Enriching the Student's Educational Experience Through 4-H

Posted: April 20, 2011

“Learn by doing” has always been the 4-H motto and that’s exactly how over 1,100 Westmoreland students studied Embryology and Physics through the 4-H School Enrichment projects in the 2010-2011 school year. The curriculum is adjusted to fit the needs of a wide age range.

From second grade all the way to eighth grade students learn to understand all the intricacies of the development of embryos through the chicken, quail or pheasant eggs. They go on to assist with incubator management; keeping a watchful eye on temperature, humidity and ventilation as well as turning eggs several times a day. Their role is to become the “mom." Important life lessons are also learned as chicks struggle to break free of their temporary “confinement” or shell. Once out of the shell, careful care is administered to the young fowl to ensure they grow up to become healthy adult birds.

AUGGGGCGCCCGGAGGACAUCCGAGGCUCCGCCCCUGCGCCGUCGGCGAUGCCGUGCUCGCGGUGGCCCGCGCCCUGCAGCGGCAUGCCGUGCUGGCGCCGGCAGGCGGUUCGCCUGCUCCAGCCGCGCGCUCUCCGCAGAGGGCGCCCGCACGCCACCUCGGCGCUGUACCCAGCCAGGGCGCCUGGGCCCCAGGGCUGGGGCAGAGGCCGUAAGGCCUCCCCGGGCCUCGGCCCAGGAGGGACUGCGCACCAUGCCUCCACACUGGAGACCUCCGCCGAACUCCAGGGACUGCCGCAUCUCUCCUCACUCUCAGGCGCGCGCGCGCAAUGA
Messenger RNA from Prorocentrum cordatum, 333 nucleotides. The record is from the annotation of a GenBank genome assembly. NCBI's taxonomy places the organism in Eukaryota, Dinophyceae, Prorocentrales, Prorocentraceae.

Through the 4-H Rockets Away project students put into practice Newton’s Three Laws by designing, building and launching water bottle rockets. They learn that the parts of their rockets can be compared to the ones launched by NASA. Newton’s Third Law, “for everything action there is an opposite and equal reaction," is demonstrated as the students inject pressurized air into their rockets to send them high into the sky.

These and other 4-H projects easily fit into the Science curriculum and enrich the educational experience of school students. If interested in getting these or other projects in your student’s school, call Johanna Sheppard, 4-H Program Assistant, at 724.837.1402.